Leeds Castle's history is told in a fine booklet with a foreword by Sir Arthur Bryant and a text by Lord Geoffrey-Lloyd, a former British cabinet minister, and Peter Wilson, the head of Sotherby's and deputy chairman of the foundation. There's also a profusely illustrated guide by Angelo Hornak and Jonathan Keates as well.

They tell the story of the castle, believed by some to be the oldest still standing in England. Hamon de Crevecoeur, a favorite of William the Conquerer, was granted the castle in the early part of the 12th century. The vaulted cellar under the main building, the lower masonry of the oldest tower and the charming Gloriette, the old castle, still survive from their tenure. Barrit said that under the perfect green of the courtyard are still brick vaults, once used for storage and billets for the soldiers. Once a section of the lawn caved in and they could see an old wall.

Diana Ensoll, one of the castle's pleasant gentlewomen guides, told me the next day that a descendant of the De Crevecoeurs told her of the family curse, that all the women of the family die before 40, a punishment for the crime of the De Crevecoeur who had a white hot lead chastity belt affixed to his unfaithful wife. During restoration, eight skeletons were found in the old cellars. One was a woman with her arm outstretched to a water jug, two feet away, behind bars.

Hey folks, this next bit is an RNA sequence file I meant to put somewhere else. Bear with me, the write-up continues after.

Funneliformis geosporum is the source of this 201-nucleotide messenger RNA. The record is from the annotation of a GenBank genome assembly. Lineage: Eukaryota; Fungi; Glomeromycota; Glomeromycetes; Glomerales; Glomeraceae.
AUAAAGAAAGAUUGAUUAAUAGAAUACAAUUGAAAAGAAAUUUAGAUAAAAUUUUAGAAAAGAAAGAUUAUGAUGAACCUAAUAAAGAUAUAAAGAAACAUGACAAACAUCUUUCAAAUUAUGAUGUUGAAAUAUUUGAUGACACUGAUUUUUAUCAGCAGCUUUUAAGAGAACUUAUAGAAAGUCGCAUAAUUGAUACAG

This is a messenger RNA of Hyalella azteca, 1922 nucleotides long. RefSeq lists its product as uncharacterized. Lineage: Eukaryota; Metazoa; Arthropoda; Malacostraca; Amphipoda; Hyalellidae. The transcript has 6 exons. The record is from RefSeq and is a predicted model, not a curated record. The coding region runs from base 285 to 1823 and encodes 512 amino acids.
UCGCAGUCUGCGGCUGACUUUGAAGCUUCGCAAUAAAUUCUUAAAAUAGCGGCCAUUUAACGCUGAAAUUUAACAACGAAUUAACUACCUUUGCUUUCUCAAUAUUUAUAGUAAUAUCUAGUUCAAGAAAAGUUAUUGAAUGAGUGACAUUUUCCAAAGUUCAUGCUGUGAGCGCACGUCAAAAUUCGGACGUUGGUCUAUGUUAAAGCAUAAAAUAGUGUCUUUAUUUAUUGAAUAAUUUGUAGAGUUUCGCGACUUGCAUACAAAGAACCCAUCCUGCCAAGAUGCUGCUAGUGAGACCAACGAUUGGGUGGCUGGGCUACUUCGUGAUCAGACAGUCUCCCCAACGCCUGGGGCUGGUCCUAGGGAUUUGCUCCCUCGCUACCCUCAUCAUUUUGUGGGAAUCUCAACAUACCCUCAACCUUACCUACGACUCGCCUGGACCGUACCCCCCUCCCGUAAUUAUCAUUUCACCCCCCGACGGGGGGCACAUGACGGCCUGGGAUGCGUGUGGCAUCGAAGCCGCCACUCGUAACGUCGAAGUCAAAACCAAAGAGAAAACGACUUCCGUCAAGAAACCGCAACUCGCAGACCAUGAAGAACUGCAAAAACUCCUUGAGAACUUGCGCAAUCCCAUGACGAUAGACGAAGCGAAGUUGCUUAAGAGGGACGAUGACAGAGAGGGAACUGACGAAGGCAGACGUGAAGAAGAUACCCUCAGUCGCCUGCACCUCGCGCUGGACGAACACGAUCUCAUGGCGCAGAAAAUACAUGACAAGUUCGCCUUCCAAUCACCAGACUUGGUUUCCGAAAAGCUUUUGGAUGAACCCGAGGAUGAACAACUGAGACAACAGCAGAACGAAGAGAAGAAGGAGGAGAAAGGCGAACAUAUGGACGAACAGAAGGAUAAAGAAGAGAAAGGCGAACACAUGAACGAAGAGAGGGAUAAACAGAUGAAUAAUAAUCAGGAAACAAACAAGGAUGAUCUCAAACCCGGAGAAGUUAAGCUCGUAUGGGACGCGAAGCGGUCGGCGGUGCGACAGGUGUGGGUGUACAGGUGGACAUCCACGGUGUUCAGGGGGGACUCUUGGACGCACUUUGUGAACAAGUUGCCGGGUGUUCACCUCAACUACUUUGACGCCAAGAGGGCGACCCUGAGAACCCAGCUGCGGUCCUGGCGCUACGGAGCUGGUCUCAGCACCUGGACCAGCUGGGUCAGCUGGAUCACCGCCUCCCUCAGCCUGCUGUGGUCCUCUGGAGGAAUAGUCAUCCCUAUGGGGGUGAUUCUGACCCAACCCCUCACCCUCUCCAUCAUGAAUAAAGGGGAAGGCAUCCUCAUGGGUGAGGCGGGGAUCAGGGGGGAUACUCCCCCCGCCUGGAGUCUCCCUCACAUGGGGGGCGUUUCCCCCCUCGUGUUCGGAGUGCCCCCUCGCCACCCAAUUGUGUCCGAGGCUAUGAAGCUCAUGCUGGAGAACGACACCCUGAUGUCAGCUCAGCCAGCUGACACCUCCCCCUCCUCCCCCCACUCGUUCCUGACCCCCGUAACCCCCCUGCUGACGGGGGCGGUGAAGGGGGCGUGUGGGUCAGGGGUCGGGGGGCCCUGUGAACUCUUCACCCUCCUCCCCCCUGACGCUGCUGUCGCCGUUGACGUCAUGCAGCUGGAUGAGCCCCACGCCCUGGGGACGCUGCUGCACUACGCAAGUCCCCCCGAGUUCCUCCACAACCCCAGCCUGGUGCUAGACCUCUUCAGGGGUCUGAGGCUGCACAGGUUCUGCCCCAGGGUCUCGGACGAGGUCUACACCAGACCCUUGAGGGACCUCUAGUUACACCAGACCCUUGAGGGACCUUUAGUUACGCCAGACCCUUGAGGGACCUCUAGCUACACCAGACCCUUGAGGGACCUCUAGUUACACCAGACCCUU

Leeds was a royal castle, the dower right of the Queens of England. First were Eleanor of Castille, and Margaret of France (both consorts of Edward I). Isabella, the 'shewolf' of France, wife of Edward II, had the castle's owner beheaded for refusing her a night's lodging. Philippa, Edward III's queen lived here. Joan of Navarre (Henry IV) kept careful accounts for her stay, including purchase of 1,000 pinks.

She was later imprisoned at Leeds castle on a charge of witchcraft. The charge was popular: Eleanor Cobham, wife of the Duke of Gloucester stood trial as a witch in Leeds chapel. Queen Catherine of Valois, widow of Henry V, met and married her clerk of the wardrobe here, a handsome Welsh knight called Owen Tudor. Their grandson was Henry VII, founder of the Tudor dynasty. Henry VII went the furthest in making Leeds a ladie's castle -- he built the "Maiden's Tower," perhaps so he could have a fresh supply of "maids-of-honor" always at hand. One of these was Anne Boleyn. Later, the castle was owned by the 6th Lord of Fairfax who, jilted by his fiancee, immigrated to Virginia. The Wyke-Ham-Martin family, who are largely responsible for the medieval character of the 1822 castle, inherited the family through their Fairfax inlaws. They sold it to Lady Baillie in 1926. She left it and 600 acres to the charitable foundation to encourag medical research and international understanding. Her son, Gwaine Baillie, still owns 4,000 acres of tree farms surrounding the castle. One daughter still lives in the Maiden's Tower and a second daughter in New York.

Leeds Castle is open to the public from April 1 through Oct. 31 on Tuesdays, Wednesdays, Thursdays, Sundays and holiday Mondays from 12:30 to 5 p.m. Admission fee is under $5.